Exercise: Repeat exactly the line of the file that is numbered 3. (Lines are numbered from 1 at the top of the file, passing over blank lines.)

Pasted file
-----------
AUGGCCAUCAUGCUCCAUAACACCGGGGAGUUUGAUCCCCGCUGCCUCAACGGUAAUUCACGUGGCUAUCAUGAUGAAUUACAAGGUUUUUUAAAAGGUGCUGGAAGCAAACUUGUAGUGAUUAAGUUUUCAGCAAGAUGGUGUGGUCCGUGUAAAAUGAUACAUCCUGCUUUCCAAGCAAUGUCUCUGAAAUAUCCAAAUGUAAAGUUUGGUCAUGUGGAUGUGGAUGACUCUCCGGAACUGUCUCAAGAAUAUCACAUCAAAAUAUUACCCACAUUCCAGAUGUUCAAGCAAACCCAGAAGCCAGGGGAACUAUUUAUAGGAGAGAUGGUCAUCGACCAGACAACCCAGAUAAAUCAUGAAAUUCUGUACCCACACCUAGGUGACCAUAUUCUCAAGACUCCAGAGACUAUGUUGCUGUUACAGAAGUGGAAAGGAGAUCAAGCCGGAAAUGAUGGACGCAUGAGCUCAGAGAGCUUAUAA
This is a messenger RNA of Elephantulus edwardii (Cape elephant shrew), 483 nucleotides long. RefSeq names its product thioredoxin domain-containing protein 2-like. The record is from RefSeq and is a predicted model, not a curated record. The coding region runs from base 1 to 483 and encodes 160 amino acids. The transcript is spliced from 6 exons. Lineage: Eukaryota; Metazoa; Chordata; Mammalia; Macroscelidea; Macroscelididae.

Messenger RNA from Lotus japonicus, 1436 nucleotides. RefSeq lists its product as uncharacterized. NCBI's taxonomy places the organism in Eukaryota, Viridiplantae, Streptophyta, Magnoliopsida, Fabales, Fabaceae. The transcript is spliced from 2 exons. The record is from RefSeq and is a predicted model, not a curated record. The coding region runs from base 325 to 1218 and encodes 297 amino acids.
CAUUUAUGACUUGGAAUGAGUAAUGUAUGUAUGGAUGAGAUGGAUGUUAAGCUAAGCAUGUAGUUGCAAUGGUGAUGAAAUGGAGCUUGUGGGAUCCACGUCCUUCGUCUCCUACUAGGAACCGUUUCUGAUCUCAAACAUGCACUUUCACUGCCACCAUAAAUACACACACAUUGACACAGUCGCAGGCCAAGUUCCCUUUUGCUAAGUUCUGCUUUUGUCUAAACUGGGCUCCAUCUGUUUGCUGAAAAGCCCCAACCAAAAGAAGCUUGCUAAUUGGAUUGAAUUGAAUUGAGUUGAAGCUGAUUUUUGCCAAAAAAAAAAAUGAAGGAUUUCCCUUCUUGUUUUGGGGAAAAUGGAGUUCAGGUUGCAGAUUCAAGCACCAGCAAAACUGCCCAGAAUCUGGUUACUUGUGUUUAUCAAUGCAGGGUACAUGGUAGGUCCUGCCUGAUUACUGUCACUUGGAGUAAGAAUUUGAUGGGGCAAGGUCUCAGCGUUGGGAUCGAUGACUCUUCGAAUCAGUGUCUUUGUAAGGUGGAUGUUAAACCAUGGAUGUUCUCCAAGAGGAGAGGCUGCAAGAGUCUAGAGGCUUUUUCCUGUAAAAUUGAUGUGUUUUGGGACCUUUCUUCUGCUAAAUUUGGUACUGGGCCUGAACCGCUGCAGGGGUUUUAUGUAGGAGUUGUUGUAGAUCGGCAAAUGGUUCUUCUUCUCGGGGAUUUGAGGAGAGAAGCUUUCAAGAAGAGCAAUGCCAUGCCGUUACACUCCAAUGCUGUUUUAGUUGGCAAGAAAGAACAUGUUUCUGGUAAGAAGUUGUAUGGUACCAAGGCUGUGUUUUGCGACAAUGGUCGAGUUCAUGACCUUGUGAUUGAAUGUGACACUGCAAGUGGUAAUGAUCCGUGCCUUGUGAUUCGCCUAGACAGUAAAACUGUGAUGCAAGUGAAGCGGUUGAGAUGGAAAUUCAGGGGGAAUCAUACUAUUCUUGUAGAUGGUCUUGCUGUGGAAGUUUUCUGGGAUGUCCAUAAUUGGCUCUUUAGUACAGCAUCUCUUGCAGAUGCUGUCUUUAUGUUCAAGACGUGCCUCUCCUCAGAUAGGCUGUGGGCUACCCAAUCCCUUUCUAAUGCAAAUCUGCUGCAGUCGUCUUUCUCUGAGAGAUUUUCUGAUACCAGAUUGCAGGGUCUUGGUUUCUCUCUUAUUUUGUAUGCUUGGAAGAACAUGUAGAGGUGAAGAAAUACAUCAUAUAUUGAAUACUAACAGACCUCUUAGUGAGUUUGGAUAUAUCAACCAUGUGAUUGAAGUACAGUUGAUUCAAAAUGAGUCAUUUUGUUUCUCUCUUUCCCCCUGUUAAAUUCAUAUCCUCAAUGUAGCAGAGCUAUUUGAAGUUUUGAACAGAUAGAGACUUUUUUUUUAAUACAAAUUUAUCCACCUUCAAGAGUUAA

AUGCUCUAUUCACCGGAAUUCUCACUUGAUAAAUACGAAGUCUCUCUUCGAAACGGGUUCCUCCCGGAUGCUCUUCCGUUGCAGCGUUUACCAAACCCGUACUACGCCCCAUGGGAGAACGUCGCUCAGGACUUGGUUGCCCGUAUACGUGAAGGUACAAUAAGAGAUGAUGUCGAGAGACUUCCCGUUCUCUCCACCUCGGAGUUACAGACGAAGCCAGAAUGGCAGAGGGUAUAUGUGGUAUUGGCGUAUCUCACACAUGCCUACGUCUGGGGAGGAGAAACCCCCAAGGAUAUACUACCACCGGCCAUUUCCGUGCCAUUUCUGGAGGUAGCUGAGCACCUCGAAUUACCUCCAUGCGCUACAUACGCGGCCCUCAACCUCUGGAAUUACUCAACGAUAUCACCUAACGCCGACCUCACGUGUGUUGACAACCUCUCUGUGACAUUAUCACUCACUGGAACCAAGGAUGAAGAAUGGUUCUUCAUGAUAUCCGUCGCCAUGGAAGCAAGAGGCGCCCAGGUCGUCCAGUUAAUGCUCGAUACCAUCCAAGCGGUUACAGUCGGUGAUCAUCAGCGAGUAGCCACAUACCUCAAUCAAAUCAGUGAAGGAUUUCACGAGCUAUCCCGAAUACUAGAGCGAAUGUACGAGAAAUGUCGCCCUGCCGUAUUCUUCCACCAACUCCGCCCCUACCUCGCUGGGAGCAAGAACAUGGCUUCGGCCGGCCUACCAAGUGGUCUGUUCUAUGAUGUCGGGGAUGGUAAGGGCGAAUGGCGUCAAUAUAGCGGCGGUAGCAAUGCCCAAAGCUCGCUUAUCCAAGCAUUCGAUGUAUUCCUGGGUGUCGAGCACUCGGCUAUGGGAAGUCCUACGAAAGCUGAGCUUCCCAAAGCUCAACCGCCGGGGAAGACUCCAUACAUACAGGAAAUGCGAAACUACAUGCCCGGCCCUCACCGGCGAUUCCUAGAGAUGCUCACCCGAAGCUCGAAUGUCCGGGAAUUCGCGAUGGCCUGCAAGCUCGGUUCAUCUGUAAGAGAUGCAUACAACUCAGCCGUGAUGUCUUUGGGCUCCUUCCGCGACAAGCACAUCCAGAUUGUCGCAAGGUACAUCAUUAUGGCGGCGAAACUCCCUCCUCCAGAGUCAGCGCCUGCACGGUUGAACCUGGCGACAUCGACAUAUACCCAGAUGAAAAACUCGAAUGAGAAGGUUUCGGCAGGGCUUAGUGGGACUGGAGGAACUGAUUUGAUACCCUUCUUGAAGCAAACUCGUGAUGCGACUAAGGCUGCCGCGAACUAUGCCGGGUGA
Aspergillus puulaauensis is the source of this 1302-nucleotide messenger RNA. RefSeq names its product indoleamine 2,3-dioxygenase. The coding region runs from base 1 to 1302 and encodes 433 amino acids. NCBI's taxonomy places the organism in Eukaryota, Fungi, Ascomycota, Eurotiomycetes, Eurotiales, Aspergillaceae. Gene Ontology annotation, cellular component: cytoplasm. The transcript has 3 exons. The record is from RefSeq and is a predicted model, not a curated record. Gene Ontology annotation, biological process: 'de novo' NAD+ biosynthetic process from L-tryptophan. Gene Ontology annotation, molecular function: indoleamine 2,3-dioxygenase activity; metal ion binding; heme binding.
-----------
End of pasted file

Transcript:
Messenger RNA from Lotus japonicus, 1436 nucleotides. RefSeq lists its product as uncharacterized. NCBI's taxonomy places the organism in Eukaryota, Viridiplantae, Streptophyta, Magnoliopsida, Fabales, Fabaceae. The transcript is spliced from 2 exons. The record is from RefSeq and is a predicted model, not a curated record. The coding region runs from base 325 to 1218 and encodes 297 amino acids.